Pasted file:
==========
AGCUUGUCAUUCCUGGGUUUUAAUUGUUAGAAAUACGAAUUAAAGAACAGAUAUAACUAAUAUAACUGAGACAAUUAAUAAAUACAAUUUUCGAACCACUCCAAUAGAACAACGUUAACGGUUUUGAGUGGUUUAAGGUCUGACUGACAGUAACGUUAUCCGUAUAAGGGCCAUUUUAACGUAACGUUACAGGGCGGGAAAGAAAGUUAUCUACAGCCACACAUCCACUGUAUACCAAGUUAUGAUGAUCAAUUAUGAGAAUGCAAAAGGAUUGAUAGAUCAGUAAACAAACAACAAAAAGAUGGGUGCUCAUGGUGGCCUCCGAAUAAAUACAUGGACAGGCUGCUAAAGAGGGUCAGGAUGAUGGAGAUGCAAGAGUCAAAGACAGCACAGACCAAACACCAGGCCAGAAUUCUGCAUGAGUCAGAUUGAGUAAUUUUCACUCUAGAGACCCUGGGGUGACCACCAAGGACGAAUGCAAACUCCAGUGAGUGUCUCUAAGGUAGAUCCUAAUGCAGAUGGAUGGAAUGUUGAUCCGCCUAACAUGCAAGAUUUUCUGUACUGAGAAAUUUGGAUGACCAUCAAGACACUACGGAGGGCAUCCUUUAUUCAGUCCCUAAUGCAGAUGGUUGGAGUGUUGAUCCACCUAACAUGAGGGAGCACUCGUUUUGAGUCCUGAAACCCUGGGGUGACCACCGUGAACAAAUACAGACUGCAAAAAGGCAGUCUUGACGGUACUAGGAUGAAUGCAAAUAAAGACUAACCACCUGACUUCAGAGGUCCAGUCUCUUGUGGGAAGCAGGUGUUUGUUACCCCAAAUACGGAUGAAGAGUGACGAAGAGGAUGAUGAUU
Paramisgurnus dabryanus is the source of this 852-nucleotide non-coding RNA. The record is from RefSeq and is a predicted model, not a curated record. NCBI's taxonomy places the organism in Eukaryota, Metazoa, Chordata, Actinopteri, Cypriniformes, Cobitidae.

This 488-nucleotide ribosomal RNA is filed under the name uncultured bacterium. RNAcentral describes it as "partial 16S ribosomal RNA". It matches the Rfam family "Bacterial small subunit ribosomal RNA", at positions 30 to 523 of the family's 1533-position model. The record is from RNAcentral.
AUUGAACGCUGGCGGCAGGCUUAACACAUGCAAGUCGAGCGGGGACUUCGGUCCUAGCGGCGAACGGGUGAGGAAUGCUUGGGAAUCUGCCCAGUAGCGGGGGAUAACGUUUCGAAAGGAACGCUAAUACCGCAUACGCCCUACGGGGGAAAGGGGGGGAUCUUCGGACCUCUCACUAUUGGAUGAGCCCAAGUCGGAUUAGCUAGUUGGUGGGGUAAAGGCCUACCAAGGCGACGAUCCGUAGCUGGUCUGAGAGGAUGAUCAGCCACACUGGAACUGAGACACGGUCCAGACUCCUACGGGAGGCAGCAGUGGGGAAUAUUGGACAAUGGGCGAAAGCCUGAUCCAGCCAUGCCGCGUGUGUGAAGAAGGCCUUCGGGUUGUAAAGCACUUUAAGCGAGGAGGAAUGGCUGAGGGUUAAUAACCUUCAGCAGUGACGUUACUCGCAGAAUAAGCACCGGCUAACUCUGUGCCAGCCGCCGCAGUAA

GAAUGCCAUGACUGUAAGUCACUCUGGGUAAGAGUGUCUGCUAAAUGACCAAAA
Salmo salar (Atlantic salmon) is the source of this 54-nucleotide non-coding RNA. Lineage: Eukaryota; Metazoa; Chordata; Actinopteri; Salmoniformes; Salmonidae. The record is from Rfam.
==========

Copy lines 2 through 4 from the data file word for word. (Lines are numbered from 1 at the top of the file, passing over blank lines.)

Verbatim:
Paramisgurnus dabryanus is the source of this 852-nucleotide non-coding RNA. The record is from RefSeq and is a predicted model, not a curated record. NCBI's taxonomy places the organism in Eukaryota, Metazoa, Chordata, Actinopteri, Cypriniformes, Cobitidae.

This 488-nucleotide ribosomal RNA is filed under the name uncultured bacterium. RNAcentral describes it as "partial 16S ribosomal RNA". It matches the Rfam family "Bacterial small subunit ribosomal RNA", at positions 30 to 523 of the family's 1533-position model. The record is from RNAcentral.
AUUGAACGCUGGCGGCAGGCUUAACACAUGCAAGUCGAGCGGGGACUUCGGUCCUAGCGGCGAACGGGUGAGGAAUGCUUGGGAAUCUGCCCAGUAGCGGGGGAUAACGUUUCGAAAGGAACGCUAAUACCGCAUACGCCCUACGGGGGAAAGGGGGGGAUCUUCGGACCUCUCACUAUUGGAUGAGCCCAAGUCGGAUUAGCUAGUUGGUGGGGUAAAGGCCUACCAAGGCGACGAUCCGUAGCUGGUCUGAGAGGAUGAUCAGCCACACUGGAACUGAGACACGGUCCAGACUCCUACGGGAGGCAGCAGUGGGGAAUAUUGGACAAUGGGCGAAAGCCUGAUCCAGCCAUGCCGCGUGUGUGAAGAAGGCCUUCGGGUUGUAAAGCACUUUAAGCGAGGAGGAAUGGCUGAGGGUUAAUAACCUUCAGCAGUGACGUUACUCGCAGAAUAAGCACCGGCUAACUCUGUGCCAGCCGCCGCAGUAA